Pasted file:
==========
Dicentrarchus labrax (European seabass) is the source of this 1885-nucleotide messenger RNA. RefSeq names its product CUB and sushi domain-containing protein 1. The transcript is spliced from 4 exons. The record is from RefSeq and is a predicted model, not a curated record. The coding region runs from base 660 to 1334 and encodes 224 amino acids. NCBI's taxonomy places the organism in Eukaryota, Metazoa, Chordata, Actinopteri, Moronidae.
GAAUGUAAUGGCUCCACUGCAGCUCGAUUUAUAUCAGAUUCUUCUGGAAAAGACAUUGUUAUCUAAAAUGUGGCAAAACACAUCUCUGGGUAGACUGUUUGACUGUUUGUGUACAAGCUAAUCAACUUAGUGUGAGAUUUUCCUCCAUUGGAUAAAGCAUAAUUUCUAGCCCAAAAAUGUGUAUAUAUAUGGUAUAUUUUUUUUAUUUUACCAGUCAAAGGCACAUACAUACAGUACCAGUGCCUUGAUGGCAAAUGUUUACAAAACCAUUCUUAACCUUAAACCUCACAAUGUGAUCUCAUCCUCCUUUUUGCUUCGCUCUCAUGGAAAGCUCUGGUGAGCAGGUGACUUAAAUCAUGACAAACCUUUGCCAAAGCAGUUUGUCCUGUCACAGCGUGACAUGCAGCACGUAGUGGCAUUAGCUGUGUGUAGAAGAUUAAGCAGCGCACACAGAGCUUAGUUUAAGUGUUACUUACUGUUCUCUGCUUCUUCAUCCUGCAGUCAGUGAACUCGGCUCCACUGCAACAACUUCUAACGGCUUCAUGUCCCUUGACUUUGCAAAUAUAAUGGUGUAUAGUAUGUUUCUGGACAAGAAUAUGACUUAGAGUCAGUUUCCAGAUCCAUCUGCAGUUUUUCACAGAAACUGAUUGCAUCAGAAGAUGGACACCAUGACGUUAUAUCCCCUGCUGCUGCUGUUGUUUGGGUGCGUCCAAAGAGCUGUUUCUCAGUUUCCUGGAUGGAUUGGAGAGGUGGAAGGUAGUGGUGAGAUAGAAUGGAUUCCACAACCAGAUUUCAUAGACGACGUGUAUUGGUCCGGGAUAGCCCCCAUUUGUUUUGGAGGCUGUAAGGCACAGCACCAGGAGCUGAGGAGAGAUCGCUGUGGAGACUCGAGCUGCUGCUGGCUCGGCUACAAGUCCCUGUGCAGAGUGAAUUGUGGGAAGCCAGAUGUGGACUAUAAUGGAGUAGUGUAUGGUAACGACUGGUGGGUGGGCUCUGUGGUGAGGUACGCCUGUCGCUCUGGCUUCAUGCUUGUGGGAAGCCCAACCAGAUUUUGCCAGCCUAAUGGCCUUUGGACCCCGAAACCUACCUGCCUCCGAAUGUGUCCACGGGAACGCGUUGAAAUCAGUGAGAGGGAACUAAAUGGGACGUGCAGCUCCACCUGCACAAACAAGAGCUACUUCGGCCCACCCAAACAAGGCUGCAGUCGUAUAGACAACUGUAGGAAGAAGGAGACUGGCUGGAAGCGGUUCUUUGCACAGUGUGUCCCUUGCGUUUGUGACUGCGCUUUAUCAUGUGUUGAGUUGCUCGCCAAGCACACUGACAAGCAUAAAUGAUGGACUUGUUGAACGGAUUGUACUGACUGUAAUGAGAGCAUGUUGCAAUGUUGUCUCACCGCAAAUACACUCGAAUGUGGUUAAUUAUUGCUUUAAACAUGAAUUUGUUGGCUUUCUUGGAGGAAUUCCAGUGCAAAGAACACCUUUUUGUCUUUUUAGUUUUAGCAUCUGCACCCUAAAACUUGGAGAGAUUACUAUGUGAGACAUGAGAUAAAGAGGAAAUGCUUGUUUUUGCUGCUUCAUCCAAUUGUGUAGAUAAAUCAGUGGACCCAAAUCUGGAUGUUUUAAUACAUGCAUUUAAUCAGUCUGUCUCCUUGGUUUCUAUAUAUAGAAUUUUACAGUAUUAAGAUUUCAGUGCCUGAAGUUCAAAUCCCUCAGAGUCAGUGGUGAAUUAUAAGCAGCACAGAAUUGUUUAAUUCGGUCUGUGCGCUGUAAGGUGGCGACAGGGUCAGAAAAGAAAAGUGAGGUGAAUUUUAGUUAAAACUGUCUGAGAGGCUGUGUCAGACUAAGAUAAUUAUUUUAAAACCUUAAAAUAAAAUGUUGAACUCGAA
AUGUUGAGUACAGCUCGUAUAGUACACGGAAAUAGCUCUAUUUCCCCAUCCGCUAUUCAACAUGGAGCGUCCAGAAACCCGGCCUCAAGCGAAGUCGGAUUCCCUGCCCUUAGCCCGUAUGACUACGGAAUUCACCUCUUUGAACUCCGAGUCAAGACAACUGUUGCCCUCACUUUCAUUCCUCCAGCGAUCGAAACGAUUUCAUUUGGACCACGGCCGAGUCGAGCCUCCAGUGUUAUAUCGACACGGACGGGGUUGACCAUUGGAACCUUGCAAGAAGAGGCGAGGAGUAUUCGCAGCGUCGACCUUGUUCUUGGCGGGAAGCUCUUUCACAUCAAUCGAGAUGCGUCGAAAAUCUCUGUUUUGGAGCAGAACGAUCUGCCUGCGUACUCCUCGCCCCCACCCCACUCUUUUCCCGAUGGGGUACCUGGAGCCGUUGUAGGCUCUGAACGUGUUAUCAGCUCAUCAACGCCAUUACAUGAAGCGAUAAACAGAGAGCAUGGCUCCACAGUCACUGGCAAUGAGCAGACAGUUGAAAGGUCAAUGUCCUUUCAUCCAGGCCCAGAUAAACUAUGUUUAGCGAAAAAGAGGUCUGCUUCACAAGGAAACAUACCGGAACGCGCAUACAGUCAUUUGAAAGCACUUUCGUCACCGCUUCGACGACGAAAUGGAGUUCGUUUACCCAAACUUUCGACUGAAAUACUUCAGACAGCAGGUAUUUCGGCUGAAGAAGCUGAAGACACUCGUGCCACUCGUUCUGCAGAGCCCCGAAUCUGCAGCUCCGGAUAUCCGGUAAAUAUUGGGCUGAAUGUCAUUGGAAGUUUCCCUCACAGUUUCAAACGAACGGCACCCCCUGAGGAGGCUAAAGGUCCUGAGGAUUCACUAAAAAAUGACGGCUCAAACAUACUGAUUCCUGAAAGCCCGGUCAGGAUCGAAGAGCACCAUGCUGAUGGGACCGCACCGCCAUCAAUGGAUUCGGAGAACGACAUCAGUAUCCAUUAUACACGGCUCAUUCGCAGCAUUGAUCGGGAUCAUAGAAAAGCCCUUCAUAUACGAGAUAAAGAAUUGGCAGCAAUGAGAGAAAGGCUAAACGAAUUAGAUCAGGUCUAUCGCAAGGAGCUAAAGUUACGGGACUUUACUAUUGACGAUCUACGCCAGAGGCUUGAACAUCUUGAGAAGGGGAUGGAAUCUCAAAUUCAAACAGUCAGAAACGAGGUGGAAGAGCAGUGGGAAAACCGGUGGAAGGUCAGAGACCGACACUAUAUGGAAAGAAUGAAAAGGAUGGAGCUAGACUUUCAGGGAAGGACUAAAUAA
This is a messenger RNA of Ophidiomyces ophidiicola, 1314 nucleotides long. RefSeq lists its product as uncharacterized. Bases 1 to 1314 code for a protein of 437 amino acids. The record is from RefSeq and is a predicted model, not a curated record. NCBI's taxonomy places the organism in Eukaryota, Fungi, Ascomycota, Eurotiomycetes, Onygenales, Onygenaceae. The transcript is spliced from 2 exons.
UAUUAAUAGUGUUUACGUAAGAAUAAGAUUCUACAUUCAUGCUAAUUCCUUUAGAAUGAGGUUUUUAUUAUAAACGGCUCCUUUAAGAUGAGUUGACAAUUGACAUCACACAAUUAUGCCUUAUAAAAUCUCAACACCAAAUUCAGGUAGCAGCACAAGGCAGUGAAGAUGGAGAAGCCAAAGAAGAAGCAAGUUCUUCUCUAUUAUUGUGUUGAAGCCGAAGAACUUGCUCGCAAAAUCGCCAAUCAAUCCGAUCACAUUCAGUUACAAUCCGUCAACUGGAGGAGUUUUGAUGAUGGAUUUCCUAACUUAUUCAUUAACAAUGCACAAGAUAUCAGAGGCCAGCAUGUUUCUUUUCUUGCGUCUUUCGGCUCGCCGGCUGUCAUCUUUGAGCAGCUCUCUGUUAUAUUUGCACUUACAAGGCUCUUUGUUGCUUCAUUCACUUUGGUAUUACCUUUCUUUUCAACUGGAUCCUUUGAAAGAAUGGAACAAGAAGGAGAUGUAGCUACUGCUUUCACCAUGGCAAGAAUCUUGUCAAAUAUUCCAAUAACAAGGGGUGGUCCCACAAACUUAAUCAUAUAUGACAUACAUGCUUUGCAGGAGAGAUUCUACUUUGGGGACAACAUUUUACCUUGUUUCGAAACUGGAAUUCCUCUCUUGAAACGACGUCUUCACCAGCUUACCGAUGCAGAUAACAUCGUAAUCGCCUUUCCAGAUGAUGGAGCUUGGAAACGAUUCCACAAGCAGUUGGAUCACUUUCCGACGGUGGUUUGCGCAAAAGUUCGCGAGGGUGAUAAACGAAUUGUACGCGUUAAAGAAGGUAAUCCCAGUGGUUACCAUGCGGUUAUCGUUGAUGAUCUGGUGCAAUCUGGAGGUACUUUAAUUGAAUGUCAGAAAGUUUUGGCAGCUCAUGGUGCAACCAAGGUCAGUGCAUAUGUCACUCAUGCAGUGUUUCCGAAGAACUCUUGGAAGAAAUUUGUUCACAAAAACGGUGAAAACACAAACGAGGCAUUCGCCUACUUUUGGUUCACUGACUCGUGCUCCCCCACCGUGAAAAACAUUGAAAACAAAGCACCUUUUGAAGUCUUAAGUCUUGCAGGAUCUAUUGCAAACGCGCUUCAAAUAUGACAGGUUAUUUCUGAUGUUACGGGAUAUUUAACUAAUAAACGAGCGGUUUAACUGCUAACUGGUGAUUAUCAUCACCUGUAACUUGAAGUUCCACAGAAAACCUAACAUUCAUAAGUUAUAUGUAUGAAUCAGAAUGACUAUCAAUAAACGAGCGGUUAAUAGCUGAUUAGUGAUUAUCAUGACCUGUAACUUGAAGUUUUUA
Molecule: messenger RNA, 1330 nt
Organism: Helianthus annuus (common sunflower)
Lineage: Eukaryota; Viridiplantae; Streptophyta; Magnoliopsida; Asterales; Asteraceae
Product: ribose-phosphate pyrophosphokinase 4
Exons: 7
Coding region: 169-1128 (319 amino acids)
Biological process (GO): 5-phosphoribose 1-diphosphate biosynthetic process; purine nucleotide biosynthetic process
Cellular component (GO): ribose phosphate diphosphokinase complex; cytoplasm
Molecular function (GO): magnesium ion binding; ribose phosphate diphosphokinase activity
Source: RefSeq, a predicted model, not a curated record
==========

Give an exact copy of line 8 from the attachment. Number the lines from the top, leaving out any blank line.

Lineage: Eukaryota; Viridiplantae; Streptophyta; Magnoliopsida; Asterales; Asteraceae